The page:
MURDER ON A MIDSUMMER NIGHT - Kerry Greenwood
Melbourne, 1929. The year starts off for glamorous private investigator Phryne Fisher with a rather trying heat wave and more mysteries than you could prod a parasol at. Simultaneously investigating the apparent suicide death of a man on St Kilda beach and trying to find a lost, illegimate child who could be heir to a wealthy old woman's fortune, Phryne needs all her wits about her, particularly when she has to tangle with a group of thoroughly unpleasant Bright Young Things.
The most elegant investigator returns in her seventeenth escapade to investigate an apparent suicide and a missing heir. The start of 1929 is particularly wearisome for the plucky heroine as a heatwave has hit Melbourne with a vengeance. It is so hard to think when one is so hot – but think Phryne must as she does battle with a particularly dangerous group of bright young things who are dabbling in the occult.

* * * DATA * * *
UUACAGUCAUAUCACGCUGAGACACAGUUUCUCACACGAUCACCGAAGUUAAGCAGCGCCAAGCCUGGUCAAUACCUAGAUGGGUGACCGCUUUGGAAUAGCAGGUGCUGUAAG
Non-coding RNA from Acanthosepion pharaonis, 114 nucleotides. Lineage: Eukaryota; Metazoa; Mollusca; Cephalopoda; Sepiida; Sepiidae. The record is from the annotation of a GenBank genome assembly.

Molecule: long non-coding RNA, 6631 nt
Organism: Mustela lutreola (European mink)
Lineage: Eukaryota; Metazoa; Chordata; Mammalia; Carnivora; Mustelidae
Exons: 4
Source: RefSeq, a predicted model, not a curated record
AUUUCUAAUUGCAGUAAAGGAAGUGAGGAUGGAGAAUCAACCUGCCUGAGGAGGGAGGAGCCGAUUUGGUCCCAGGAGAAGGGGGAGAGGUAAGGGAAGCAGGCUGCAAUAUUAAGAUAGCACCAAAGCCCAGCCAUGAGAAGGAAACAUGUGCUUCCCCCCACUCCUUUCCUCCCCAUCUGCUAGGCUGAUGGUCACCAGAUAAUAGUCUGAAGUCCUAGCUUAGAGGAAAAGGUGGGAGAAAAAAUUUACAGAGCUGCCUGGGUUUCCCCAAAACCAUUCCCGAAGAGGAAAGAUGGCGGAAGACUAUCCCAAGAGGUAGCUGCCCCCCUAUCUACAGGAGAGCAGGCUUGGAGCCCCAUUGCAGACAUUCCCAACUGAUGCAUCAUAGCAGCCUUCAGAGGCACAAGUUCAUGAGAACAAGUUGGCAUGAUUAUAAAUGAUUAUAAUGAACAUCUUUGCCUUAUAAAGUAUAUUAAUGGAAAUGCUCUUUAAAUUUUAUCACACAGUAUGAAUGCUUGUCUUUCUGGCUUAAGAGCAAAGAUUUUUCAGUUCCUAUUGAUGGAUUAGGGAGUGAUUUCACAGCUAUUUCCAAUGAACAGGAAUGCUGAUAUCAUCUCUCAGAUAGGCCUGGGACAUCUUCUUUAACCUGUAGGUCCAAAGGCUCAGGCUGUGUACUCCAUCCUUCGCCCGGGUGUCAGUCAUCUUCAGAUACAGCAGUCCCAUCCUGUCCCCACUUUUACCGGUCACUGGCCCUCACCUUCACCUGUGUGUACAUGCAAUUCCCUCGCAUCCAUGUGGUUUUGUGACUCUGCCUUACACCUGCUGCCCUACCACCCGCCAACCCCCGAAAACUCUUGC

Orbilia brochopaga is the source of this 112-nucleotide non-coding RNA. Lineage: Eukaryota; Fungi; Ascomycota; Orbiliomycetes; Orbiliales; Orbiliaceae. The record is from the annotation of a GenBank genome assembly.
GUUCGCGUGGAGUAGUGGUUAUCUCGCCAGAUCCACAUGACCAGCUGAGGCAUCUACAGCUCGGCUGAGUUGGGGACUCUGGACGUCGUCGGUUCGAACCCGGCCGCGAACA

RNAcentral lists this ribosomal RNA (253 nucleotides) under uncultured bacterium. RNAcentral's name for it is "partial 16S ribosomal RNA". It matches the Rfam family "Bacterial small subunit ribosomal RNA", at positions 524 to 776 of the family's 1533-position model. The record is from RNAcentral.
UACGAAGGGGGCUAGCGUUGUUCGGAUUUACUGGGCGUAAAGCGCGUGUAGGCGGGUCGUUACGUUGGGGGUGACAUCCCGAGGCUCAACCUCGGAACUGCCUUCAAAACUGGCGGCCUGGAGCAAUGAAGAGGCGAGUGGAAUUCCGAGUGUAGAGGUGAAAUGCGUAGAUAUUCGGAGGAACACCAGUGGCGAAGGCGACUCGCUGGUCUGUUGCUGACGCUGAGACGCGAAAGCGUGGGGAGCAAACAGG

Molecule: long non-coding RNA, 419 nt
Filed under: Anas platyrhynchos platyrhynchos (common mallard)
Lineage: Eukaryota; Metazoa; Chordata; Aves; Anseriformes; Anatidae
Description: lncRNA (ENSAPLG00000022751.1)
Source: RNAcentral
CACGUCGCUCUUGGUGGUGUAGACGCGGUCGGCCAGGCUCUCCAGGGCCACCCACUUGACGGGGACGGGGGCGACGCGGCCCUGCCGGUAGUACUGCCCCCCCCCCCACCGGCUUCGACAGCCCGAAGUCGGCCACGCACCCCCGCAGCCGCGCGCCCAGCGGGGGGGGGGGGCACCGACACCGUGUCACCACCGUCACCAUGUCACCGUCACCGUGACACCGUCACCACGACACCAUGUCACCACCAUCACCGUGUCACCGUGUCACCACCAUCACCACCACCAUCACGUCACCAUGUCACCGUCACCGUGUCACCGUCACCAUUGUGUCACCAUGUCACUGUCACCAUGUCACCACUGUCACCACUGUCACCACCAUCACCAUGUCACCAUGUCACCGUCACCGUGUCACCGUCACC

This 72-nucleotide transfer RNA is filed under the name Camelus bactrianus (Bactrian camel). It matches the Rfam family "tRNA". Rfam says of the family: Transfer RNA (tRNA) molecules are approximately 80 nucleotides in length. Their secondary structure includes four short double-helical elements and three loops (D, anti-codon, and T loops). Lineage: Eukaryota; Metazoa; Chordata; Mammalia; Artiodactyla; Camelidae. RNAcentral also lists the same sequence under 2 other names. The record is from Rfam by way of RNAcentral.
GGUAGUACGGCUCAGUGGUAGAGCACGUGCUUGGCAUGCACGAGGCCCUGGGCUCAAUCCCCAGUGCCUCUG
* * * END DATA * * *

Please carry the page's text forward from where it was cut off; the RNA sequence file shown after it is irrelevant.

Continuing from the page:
The two cases are separate, but gradually links connect the investigations. Phryne has to deal with weeping mothers, angry son-in laws, drug addicts, terrifying seances, ghosts, spirit guides and treasure hunters before she can solve the mysteries.
Reading a Phryne Fisher mystery such as MURDER ON A MIDSUMMER NIGHT is always very good fun. Cosy with an edge, author Kerry Greenwood takes the sting out of the evil side of life with humour, friendship and some very off the wall characters. Phryne herself is a rich and independent woman who drinks, is not afraid to have casual sex, smokes her gaspers, drives her car fast with little or no regard of road rules, and solves mysteries. Phryne is always on the side of the underdog, and will battle anyone be they rich or poor, exploitative or abusive.
OPEN FILE - Peter Corris